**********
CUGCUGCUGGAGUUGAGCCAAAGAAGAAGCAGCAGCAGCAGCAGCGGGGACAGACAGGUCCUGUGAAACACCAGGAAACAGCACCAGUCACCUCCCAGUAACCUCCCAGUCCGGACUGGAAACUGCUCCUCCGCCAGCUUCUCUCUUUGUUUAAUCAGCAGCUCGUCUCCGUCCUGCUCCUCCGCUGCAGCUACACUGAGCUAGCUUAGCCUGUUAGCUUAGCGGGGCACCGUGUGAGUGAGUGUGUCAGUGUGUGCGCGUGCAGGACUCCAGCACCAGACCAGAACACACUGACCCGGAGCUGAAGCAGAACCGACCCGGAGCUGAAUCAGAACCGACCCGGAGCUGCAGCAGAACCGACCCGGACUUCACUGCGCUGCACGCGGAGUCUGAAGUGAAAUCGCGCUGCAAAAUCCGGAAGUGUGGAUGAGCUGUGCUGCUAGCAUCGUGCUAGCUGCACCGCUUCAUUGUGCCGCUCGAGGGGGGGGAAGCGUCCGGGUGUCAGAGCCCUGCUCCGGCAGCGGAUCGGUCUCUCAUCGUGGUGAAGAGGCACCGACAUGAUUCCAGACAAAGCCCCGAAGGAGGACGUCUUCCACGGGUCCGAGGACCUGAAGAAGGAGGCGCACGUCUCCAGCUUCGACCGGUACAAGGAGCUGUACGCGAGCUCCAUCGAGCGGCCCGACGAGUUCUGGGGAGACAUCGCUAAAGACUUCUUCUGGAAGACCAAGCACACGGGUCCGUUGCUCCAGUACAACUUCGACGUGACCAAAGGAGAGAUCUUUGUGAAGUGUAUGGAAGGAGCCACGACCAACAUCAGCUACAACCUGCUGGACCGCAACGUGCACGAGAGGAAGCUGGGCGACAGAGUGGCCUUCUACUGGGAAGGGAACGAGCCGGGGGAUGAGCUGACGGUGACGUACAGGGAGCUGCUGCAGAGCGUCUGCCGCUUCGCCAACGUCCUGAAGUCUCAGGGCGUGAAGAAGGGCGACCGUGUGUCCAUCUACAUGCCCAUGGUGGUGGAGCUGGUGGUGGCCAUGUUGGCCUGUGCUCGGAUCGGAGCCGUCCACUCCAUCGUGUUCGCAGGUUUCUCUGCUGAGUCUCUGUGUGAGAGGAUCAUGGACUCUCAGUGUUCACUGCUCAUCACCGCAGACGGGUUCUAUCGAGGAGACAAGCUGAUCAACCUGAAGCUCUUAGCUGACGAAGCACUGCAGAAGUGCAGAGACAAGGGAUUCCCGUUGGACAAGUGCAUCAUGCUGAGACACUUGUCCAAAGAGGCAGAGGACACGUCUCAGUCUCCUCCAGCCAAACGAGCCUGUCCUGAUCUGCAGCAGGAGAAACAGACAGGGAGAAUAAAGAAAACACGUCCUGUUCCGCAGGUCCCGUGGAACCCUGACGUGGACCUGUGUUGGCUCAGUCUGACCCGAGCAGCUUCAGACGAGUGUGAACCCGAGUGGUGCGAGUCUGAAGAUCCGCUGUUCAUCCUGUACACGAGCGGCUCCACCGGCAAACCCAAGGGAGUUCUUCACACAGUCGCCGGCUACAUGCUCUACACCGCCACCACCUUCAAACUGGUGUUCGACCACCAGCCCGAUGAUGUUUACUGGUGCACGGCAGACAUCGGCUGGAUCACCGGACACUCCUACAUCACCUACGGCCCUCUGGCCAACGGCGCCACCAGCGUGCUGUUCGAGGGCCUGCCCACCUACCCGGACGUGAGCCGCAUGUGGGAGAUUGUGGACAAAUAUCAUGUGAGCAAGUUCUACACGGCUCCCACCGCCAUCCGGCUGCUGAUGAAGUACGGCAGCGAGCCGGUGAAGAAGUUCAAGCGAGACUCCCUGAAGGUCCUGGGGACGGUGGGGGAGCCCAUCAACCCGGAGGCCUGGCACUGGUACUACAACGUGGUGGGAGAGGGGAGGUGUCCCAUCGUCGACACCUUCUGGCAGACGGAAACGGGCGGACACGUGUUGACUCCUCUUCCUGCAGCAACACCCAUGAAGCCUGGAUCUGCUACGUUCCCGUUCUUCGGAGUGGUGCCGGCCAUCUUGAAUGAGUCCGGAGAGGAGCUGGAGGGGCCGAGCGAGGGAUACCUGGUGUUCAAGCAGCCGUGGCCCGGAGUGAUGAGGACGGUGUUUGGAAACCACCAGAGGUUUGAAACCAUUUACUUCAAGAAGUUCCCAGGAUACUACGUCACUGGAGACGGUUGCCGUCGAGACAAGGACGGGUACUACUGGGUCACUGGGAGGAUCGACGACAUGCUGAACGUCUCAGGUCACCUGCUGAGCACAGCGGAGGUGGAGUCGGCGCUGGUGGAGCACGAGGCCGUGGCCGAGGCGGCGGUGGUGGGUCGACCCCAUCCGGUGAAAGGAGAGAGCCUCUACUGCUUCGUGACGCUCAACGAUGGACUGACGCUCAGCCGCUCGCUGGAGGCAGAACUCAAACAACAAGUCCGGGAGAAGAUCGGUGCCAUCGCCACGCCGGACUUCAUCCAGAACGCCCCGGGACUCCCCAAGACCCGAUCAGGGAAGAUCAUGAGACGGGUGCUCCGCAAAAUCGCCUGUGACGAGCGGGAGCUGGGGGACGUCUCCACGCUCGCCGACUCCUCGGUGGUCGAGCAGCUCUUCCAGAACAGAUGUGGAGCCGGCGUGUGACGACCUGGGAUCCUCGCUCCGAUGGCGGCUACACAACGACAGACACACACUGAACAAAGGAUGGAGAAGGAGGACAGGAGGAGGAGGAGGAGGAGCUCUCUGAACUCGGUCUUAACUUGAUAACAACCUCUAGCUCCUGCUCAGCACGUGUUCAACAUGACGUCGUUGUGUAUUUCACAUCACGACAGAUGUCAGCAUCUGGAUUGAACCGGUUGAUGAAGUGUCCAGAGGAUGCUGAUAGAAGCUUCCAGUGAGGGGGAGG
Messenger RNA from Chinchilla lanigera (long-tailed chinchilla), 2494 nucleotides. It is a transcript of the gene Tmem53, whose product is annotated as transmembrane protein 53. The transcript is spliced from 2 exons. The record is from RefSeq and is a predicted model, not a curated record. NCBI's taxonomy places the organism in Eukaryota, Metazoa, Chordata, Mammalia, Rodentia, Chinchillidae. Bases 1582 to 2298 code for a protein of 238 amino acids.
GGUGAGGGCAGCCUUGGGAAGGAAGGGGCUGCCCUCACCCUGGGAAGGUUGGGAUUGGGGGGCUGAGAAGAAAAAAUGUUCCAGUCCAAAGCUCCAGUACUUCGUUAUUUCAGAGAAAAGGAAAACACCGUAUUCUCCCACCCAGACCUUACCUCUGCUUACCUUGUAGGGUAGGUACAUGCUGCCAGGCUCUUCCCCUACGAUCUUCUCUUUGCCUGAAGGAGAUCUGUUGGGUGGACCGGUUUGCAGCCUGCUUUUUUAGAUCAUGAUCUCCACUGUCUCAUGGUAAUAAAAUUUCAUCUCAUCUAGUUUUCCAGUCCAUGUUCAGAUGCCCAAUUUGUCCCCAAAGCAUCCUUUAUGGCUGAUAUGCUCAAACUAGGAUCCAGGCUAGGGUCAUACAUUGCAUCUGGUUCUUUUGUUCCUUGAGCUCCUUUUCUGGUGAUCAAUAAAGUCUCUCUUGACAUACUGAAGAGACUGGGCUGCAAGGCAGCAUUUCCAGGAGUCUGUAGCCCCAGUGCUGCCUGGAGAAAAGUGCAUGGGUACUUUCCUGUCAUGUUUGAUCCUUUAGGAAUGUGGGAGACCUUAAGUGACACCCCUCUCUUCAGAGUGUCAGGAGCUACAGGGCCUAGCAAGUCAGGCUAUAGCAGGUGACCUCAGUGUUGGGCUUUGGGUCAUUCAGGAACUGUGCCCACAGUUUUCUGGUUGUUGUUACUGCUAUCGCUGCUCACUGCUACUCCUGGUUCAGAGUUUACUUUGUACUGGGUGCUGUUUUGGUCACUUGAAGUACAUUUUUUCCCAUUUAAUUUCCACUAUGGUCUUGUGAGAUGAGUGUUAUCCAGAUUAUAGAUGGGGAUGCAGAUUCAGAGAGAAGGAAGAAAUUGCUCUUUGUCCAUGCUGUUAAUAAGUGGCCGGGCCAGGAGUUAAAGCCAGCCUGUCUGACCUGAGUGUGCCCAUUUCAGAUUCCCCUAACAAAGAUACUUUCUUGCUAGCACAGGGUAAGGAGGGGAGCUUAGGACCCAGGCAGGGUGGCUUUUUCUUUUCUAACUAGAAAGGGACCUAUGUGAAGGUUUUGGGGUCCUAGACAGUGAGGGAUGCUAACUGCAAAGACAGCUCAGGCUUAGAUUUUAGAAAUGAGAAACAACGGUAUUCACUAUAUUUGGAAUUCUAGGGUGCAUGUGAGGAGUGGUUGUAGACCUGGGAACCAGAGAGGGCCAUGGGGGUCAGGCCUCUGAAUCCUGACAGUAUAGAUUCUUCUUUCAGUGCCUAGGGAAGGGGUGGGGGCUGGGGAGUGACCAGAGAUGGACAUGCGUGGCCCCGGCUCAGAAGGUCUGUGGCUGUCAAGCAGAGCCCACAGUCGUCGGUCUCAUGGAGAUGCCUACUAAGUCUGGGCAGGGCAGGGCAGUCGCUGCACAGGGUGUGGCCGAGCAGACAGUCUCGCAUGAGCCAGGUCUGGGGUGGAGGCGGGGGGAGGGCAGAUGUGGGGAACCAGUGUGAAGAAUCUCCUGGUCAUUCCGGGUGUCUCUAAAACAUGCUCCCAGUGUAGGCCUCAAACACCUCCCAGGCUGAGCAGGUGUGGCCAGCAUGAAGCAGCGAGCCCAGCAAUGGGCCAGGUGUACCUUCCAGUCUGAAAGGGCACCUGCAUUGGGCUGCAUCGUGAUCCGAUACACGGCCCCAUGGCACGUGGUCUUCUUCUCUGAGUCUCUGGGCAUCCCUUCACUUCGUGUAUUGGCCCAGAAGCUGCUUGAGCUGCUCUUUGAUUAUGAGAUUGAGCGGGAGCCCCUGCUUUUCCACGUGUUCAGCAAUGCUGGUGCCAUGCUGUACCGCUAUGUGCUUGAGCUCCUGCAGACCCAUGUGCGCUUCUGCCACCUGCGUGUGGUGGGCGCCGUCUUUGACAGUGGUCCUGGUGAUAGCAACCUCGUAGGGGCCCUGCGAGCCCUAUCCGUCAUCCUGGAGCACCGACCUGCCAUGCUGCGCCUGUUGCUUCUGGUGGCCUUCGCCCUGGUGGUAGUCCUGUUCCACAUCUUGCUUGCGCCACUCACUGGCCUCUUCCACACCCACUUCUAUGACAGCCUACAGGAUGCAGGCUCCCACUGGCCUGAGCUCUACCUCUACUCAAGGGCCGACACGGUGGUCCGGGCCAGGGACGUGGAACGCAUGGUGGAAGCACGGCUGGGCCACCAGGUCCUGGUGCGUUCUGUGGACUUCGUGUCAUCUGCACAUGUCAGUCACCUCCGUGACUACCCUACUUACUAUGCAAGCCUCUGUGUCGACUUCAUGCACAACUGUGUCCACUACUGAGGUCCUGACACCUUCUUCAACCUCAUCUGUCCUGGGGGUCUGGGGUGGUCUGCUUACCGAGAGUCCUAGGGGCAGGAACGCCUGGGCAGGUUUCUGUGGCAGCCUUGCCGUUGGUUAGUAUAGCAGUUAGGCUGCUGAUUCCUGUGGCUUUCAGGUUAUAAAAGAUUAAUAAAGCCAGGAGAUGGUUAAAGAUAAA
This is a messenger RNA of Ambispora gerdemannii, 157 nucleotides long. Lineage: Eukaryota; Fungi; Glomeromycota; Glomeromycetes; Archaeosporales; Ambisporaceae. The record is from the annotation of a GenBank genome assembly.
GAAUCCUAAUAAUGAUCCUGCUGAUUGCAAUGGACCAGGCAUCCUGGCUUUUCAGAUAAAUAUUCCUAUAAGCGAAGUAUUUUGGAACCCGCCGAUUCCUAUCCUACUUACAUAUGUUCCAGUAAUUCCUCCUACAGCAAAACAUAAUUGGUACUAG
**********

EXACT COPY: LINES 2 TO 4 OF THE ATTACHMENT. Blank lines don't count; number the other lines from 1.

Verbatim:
Messenger RNA from Chinchilla lanigera (long-tailed chinchilla), 2494 nucleotides. It is a transcript of the gene Tmem53, whose product is annotated as transmembrane protein 53. The transcript is spliced from 2 exons. The record is from RefSeq and is a predicted model, not a curated record. NCBI's taxonomy places the organism in Eukaryota, Metazoa, Chordata, Mammalia, Rodentia, Chinchillidae. Bases 1582 to 2298 code for a protein of 238 amino acids.
GGUGAGGGCAGCCUUGGGAAGGAAGGGGCUGCCCUCACCCUGGGAAGGUUGGGAUUGGGGGGCUGAGAAGAAAAAAUGUUCCAGUCCAAAGCUCCAGUACUUCGUUAUUUCAGAGAAAAGGAAAACACCGUAUUCUCCCACCCAGACCUUACCUCUGCUUACCUUGUAGGGUAGGUACAUGCUGCCAGGCUCUUCCCCUACGAUCUUCUCUUUGCCUGAAGGAGAUCUGUUGGGUGGACCGGUUUGCAGCCUGCUUUUUUAGAUCAUGAUCUCCACUGUCUCAUGGUAAUAAAAUUUCAUCUCAUCUAGUUUUCCAGUCCAUGUUCAGAUGCCCAAUUUGUCCCCAAAGCAUCCUUUAUGGCUGAUAUGCUCAAACUAGGAUCCAGGCUAGGGUCAUACAUUGCAUCUGGUUCUUUUGUUCCUUGAGCUCCUUUUCUGGUGAUCAAUAAAGUCUCUCUUGACAUACUGAAGAGACUGGGCUGCAAGGCAGCAUUUCCAGGAGUCUGUAGCCCCAGUGCUGCCUGGAGAAAAGUGCAUGGGUACUUUCCUGUCAUGUUUGAUCCUUUAGGAAUGUGGGAGACCUUAAGUGACACCCCUCUCUUCAGAGUGUCAGGAGCUACAGGGCCUAGCAAGUCAGGCUAUAGCAGGUGACCUCAGUGUUGGGCUUUGGGUCAUUCAGGAACUGUGCCCACAGUUUUCUGGUUGUUGUUACUGCUAUCGCUGCUCACUGCUACUCCUGGUUCAGAGUUUACUUUGUACUGGGUGCUGUUUUGGUCACUUGAAGUACAUUUUUUCCCAUUUAAUUUCCACUAUGGUCUUGUGAGAUGAGUGUUAUCCAGAUUAUAGAUGGGGAUGCAGAUUCAGAGAGAAGGAAGAAAUUGCUCUUUGUCCAUGCUGUUAAUAAGUGGCCGGGCCAGGAGUUAAAGCCAGCCUGUCUGACCUGAGUGUGCCCAUUUCAGAUUCCCCUAACAAAGAUACUUUCUUGCUAGCACAGGGUAAGGAGGGGAGCUUAGGACCCAGGCAGGGUGGCUUUUUCUUUUCUAACUAGAAAGGGACCUAUGUGAAGGUUUUGGGGUCCUAGACAGUGAGGGAUGCUAACUGCAAAGACAGCUCAGGCUUAGAUUUUAGAAAUGAGAAACAACGGUAUUCACUAUAUUUGGAAUUCUAGGGUGCAUGUGAGGAGUGGUUGUAGACCUGGGAACCAGAGAGGGCCAUGGGGGUCAGGCCUCUGAAUCCUGACAGUAUAGAUUCUUCUUUCAGUGCCUAGGGAAGGGGUGGGGGCUGGGGAGUGACCAGAGAUGGACAUGCGUGGCCCCGGCUCAGAAGGUCUGUGGCUGUCAAGCAGAGCCCACAGUCGUCGGUCUCAUGGAGAUGCCUACUAAGUCUGGGCAGGGCAGGGCAGUCGCUGCACAGGGUGUGGCCGAGCAGACAGUCUCGCAUGAGCCAGGUCUGGGGUGGAGGCGGGGGGAGGGCAGAUGUGGGGAACCAGUGUGAAGAAUCUCCUGGUCAUUCCGGGUGUCUCUAAAACAUGCUCCCAGUGUAGGCCUCAAACACCUCCCAGGCUGAGCAGGUGUGGCCAGCAUGAAGCAGCGAGCCCAGCAAUGGGCCAGGUGUACCUUCCAGUCUGAAAGGGCACCUGCAUUGGGCUGCAUCGUGAUCCGAUACACGGCCCCAUGGCACGUGGUCUUCUUCUCUGAGUCUCUGGGCAUCCCUUCACUUCGUGUAUUGGCCCAGAAGCUGCUUGAGCUGCUCUUUGAUUAUGAGAUUGAGCGGGAGCCCCUGCUUUUCCACGUGUUCAGCAAUGCUGGUGCCAUGCUGUACCGCUAUGUGCUUGAGCUCCUGCAGACCCAUGUGCGCUUCUGCCACCUGCGUGUGGUGGGCGCCGUCUUUGACAGUGGUCCUGGUGAUAGCAACCUCGUAGGGGCCCUGCGAGCCCUAUCCGUCAUCCUGGAGCACCGACCUGCCAUGCUGCGCCUGUUGCUUCUGGUGGCCUUCGCCCUGGUGGUAGUCCUGUUCCACAUCUUGCUUGCGCCACUCACUGGCCUCUUCCACACCCACUUCUAUGACAGCCUACAGGAUGCAGGCUCCCACUGGCCUGAGCUCUACCUCUACUCAAGGGCCGACACGGUGGUCCGGGCCAGGGACGUGGAACGCAUGGUGGAAGCACGGCUGGGCCACCAGGUCCUGGUGCGUUCUGUGGACUUCGUGUCAUCUGCACAUGUCAGUCACCUCCGUGACUACCCUACUUACUAUGCAAGCCUCUGUGUCGACUUCAUGCACAACUGUGUCCACUACUGAGGUCCUGACACCUUCUUCAACCUCAUCUGUCCUGGGGGUCUGGGGUGGUCUGCUUACCGAGAGUCCUAGGGGCAGGAACGCCUGGGCAGGUUUCUGUGGCAGCCUUGCCGUUGGUUAGUAUAGCAGUUAGGCUGCUGAUUCCUGUGGCUUUCAGGUUAUAAAAGAUUAAUAAAGCCAGGAGAUGGUUAAAGAUAAA
This is a messenger RNA of Ambispora gerdemannii, 157 nucleotides long. Lineage: Eukaryota; Fungi; Glomeromycota; Glomeromycetes; Archaeosporales; Ambisporaceae. The record is from the annotation of a GenBank genome assembly.